Cars can do almost anything these days. You can cool off while playing music on Bluetooth. You can chat with the console to ask for directions. They know when you’re straying over the yellow lines, and some cars can even predict and then stop a collision!
With all that automation and advanced technology, it shouldn’t surprise you at this point that cybercriminals are finding ways to exploit and hack into your smart cars. They can remotely unlock your doors or track your GPS location, if they know how to do it.
Now, experts have identified a flaw in the API security that’s used in cars from 16 major manufacturers.
The Vulnerability, Exposed
First, what is API?
It means Application Programming Interface, and basically lets software securely communicate with each other. Your phone can do this, which is how it gives you information like the time; your phone knows because a time sync broadcast connects it to an atomic clock. (The time sync broadcast is the API in this scenario.)
API exploits take advantage of API vulnerabilities, which are basically weak spots in the armor. They can be manipulated and exposed so that the cybercriminal can steal data or affect internal processes.
In this case, the hacker could start fiddling with the features on your smart car. They can flash your headlights, run your windshield wipers and turn on your radio. The more wired in your ride is, the more options for a cybercriminal to have their fun.
Mercedes, BMW, Ferrari, Jaguar, Porsche, Toyota, Landrover, and Rolls Royce were amongst the car models at risk. Altogether, millions of vehicles could be affected by these vulnerabilities.
Potential Threats at Hand
At least 20 API flaws were found in these vehicles. If they were exploited, hackers might be able to…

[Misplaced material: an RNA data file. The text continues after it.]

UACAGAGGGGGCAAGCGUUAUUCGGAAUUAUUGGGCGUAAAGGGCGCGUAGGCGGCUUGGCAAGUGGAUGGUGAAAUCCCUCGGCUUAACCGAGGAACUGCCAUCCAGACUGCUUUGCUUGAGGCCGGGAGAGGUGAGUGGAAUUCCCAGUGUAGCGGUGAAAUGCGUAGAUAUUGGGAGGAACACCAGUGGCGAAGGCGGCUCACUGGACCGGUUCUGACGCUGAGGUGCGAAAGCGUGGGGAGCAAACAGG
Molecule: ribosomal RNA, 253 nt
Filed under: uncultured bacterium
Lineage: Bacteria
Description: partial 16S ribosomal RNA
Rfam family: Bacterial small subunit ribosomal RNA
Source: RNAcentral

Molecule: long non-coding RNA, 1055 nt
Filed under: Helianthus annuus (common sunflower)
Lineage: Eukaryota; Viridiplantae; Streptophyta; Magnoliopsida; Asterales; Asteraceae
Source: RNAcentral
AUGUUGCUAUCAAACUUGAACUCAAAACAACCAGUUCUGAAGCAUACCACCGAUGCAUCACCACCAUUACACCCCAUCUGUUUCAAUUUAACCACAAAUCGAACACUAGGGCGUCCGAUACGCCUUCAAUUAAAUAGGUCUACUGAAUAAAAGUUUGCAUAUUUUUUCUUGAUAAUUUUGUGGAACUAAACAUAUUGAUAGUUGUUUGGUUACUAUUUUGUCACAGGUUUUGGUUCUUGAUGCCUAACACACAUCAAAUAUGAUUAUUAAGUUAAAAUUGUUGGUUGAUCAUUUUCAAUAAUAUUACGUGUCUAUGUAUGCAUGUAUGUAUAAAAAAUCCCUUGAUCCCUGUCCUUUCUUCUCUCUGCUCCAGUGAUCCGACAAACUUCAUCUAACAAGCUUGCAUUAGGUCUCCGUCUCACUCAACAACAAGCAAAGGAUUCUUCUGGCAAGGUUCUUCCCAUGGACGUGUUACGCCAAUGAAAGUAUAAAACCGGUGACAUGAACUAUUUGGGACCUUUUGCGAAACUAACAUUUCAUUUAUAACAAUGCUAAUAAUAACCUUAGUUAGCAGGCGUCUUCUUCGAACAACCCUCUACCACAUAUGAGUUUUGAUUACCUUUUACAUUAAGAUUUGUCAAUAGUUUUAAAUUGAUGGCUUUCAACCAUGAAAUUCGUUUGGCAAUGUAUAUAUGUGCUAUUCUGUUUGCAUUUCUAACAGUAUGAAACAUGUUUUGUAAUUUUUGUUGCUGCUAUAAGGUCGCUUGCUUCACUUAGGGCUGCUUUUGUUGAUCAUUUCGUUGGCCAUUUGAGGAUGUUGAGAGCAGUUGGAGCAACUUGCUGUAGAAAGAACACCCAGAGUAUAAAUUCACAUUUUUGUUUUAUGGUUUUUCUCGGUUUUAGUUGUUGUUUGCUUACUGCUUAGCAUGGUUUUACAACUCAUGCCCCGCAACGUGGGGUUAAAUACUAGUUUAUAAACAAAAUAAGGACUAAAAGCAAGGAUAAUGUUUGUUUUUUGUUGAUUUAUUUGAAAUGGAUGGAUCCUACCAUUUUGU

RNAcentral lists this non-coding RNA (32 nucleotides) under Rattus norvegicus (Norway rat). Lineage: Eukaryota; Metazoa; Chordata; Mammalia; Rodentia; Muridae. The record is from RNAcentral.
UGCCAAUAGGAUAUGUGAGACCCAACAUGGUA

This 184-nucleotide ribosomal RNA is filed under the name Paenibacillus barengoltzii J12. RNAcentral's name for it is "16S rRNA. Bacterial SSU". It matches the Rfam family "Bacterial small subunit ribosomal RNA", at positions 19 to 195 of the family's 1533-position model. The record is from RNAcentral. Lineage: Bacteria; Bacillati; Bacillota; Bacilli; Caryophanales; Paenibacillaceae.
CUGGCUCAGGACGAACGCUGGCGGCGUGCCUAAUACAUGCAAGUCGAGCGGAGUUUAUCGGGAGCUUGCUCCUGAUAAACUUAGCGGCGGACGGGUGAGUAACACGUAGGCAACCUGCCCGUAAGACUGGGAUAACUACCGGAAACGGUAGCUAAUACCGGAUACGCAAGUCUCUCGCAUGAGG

- take over accounts as either an employee or customer via a remote code execution (RCE).
- sneak into your single sign-on accounts and use internal applications.
- find your sales documents, including your name, address and phone number.
- find the car’s unique VIN.
- get your location.
- affect firmware.
- take over everything from golf carts to ambulances.
They could do something as physically dangerous as stop the engine on your car, to something as distressing as identity theft. Even cars aren’t safe from the Dark Web!
Owners of these vehicles can sleep better knowing that the manufacturers have released patches for these vulnerabilities. The mere existence of these security flaws, however, demonstrate how wide a reach that the Internet has over our daily lives and how threat actors will look for a way to exploit every inch of it.
This also shows why we need to make software updates automatically or ASAP, to patch dangerous vulnerabilities before they’re exploited. Make sure you’re keeping an eye on your manufacturers’ announcements about potential threats to your internet-connected devices, and when new updates come out to keep your safer.